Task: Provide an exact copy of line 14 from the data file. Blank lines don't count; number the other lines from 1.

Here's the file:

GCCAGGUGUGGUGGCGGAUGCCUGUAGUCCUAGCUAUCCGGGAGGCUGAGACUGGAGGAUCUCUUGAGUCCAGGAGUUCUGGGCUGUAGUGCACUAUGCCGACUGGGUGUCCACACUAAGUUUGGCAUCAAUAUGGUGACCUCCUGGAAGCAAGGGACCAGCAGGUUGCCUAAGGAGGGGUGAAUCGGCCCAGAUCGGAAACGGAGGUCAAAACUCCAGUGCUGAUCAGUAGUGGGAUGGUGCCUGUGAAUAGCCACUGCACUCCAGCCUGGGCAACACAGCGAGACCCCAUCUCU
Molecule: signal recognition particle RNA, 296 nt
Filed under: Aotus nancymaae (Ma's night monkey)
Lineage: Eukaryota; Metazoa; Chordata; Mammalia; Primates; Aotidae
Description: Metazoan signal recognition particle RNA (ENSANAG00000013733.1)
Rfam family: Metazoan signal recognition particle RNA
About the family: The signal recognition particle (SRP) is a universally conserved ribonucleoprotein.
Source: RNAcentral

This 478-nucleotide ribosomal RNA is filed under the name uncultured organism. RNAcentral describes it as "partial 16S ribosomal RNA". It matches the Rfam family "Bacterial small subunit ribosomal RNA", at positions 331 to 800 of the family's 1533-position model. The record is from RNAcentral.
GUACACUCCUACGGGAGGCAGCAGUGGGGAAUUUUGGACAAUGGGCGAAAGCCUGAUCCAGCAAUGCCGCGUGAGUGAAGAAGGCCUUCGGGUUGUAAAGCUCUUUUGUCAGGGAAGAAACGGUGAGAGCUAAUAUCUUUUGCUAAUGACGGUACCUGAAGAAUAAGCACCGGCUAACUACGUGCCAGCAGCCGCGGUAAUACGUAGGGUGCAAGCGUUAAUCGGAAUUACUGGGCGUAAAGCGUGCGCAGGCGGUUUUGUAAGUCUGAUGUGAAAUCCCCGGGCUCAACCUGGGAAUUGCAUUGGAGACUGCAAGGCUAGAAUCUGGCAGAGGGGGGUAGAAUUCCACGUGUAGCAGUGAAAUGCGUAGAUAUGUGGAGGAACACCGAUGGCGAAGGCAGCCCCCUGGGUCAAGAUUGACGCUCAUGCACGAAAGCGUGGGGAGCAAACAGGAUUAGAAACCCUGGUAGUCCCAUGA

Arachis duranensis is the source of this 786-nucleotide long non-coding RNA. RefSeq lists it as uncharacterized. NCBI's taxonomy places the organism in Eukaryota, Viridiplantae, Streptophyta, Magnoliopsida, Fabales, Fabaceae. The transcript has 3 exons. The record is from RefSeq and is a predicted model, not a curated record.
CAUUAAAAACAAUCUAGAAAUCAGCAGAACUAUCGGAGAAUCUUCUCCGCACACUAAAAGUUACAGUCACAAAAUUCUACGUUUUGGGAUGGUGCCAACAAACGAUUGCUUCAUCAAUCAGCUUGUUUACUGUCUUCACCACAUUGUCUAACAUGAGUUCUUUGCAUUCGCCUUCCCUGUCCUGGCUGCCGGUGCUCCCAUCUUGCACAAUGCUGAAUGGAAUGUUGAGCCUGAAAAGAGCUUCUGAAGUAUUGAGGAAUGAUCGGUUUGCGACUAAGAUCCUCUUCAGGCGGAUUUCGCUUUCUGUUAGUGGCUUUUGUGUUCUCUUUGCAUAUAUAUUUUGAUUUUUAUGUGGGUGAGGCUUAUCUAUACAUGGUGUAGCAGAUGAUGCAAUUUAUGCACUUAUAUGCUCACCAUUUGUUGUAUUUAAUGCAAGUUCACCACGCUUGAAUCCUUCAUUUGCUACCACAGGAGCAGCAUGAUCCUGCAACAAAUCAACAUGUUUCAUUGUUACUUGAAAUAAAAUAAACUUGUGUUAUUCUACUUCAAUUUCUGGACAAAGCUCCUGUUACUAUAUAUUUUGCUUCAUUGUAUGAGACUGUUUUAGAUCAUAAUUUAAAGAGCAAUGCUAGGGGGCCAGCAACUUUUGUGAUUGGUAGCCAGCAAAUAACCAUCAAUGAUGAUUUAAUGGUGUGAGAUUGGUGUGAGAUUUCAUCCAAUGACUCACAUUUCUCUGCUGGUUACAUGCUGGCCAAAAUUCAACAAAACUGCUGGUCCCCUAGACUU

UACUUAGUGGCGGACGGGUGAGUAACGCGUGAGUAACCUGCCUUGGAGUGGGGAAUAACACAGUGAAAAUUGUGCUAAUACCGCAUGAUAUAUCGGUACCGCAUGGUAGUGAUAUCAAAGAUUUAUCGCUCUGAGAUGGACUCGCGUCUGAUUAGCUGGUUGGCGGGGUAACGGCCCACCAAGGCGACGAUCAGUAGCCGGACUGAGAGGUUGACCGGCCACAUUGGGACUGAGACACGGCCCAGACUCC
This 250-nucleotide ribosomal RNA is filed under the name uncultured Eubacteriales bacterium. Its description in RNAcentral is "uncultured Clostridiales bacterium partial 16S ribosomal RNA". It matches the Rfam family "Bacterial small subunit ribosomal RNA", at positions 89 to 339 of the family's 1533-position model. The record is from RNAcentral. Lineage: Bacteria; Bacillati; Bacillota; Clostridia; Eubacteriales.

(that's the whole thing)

This 250-nucleotide ribosomal RNA is filed under the name uncultured Eubacteriales bacterium. Its description in RNAcentral is "uncultured Clostridiales bacterium partial 16S ribosomal RNA". It matches the Rfam family "Bacterial small subunit ribosomal RNA", at positions 89 to 339 of the family's 1533-position model. The record is from RNAcentral. Lineage: Bacteria; Bacillati; Bacillota; Clostridia; Eubacteriales.